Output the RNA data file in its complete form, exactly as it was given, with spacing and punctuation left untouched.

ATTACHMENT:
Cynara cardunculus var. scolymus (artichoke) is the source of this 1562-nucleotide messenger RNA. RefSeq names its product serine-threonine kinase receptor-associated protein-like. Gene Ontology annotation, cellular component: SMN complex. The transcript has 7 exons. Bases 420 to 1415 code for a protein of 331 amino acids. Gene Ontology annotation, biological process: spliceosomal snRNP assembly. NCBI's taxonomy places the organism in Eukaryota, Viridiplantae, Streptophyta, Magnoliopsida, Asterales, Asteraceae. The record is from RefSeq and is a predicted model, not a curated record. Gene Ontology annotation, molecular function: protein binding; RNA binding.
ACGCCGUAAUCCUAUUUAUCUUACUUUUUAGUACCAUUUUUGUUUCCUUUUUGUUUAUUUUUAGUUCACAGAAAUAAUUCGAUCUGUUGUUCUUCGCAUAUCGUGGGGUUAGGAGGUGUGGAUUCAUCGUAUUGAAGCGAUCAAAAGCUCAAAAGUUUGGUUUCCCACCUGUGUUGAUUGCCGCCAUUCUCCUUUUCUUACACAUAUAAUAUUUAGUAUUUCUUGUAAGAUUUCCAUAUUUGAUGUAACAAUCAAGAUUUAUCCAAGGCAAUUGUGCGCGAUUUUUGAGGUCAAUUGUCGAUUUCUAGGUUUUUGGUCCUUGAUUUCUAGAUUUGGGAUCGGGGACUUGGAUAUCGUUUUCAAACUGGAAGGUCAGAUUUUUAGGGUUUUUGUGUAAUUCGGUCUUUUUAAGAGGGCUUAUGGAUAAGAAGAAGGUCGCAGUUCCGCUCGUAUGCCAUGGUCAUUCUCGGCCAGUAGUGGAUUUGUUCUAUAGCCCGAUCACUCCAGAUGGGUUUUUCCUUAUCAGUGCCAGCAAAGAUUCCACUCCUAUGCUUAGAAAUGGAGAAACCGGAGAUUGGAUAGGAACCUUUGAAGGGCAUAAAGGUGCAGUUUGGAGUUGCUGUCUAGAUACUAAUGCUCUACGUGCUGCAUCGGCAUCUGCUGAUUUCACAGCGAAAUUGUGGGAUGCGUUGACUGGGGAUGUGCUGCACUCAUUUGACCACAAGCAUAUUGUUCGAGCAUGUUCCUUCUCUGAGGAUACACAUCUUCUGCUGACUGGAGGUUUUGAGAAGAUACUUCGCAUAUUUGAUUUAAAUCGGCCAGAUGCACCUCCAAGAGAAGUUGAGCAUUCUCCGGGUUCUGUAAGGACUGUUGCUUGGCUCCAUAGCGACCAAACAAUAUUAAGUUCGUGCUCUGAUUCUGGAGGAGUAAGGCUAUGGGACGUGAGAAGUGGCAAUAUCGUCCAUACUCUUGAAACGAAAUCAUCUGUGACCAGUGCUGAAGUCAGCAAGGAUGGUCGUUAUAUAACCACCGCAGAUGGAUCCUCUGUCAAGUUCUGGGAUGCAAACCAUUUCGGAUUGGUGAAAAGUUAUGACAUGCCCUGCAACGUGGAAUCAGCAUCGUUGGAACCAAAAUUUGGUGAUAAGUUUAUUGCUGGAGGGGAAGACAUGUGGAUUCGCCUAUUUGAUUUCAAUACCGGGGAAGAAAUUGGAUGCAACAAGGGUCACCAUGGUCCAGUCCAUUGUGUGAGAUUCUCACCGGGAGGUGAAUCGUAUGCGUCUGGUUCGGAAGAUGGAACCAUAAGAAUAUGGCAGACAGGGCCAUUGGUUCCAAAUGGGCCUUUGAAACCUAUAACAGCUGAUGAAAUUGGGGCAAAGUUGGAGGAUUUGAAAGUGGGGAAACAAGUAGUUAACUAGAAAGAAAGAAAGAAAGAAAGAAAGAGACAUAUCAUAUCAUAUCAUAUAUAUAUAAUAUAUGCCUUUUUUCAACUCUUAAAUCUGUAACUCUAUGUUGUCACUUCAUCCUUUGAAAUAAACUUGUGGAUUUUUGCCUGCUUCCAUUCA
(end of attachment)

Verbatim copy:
Cynara cardunculus var. scolymus (artichoke) is the source of this 1562-nucleotide messenger RNA. RefSeq names its product serine-threonine kinase receptor-associated protein-like. Gene Ontology annotation, cellular component: SMN complex. The transcript has 7 exons. Bases 420 to 1415 code for a protein of 331 amino acids. Gene Ontology annotation, biological process: spliceosomal snRNP assembly. NCBI's taxonomy places the organism in Eukaryota, Viridiplantae, Streptophyta, Magnoliopsida, Asterales, Asteraceae. The record is from RefSeq and is a predicted model, not a curated record. Gene Ontology annotation, molecular function: protein binding; RNA binding.
ACGCCGUAAUCCUAUUUAUCUUACUUUUUAGUACCAUUUUUGUUUCCUUUUUGUUUAUUUUUAGUUCACAGAAAUAAUUCGAUCUGUUGUUCUUCGCAUAUCGUGGGGUUAGGAGGUGUGGAUUCAUCGUAUUGAAGCGAUCAAAAGCUCAAAAGUUUGGUUUCCCACCUGUGUUGAUUGCCGCCAUUCUCCUUUUCUUACACAUAUAAUAUUUAGUAUUUCUUGUAAGAUUUCCAUAUUUGAUGUAACAAUCAAGAUUUAUCCAAGGCAAUUGUGCGCGAUUUUUGAGGUCAAUUGUCGAUUUCUAGGUUUUUGGUCCUUGAUUUCUAGAUUUGGGAUCGGGGACUUGGAUAUCGUUUUCAAACUGGAAGGUCAGAUUUUUAGGGUUUUUGUGUAAUUCGGUCUUUUUAAGAGGGCUUAUGGAUAAGAAGAAGGUCGCAGUUCCGCUCGUAUGCCAUGGUCAUUCUCGGCCAGUAGUGGAUUUGUUCUAUAGCCCGAUCACUCCAGAUGGGUUUUUCCUUAUCAGUGCCAGCAAAGAUUCCACUCCUAUGCUUAGAAAUGGAGAAACCGGAGAUUGGAUAGGAACCUUUGAAGGGCAUAAAGGUGCAGUUUGGAGUUGCUGUCUAGAUACUAAUGCUCUACGUGCUGCAUCGGCAUCUGCUGAUUUCACAGCGAAAUUGUGGGAUGCGUUGACUGGGGAUGUGCUGCACUCAUUUGACCACAAGCAUAUUGUUCGAGCAUGUUCCUUCUCUGAGGAUACACAUCUUCUGCUGACUGGAGGUUUUGAGAAGAUACUUCGCAUAUUUGAUUUAAAUCGGCCAGAUGCACCUCCAAGAGAAGUUGAGCAUUCUCCGGGUUCUGUAAGGACUGUUGCUUGGCUCCAUAGCGACCAAACAAUAUUAAGUUCGUGCUCUGAUUCUGGAGGAGUAAGGCUAUGGGACGUGAGAAGUGGCAAUAUCGUCCAUACUCUUGAAACGAAAUCAUCUGUGACCAGUGCUGAAGUCAGCAAGGAUGGUCGUUAUAUAACCACCGCAGAUGGAUCCUCUGUCAAGUUCUGGGAUGCAAACCAUUUCGGAUUGGUGAAAAGUUAUGACAUGCCCUGCAACGUGGAAUCAGCAUCGUUGGAACCAAAAUUUGGUGAUAAGUUUAUUGCUGGAGGGGAAGACAUGUGGAUUCGCCUAUUUGAUUUCAAUACCGGGGAAGAAAUUGGAUGCAACAAGGGUCACCAUGGUCCAGUCCAUUGUGUGAGAUUCUCACCGGGAGGUGAAUCGUAUGCGUCUGGUUCGGAAGAUGGAACCAUAAGAAUAUGGCAGACAGGGCCAUUGGUUCCAAAUGGGCCUUUGAAACCUAUAACAGCUGAUGAAAUUGGGGCAAAGUUGGAGGAUUUGAAAGUGGGGAAACAAGUAGUUAACUAGAAAGAAAGAAAGAAAGAAAGAAAGAGACAUAUCAUAUCAUAUCAUAUAUAUAUAAUAUAUGCCUUUUUUCAACUCUUAAAUCUGUAACUCUAUGUUGUCACUUCAUCCUUUGAAAUAAACUUGUGGAUUUUUGCCUGCUUCCAUUCA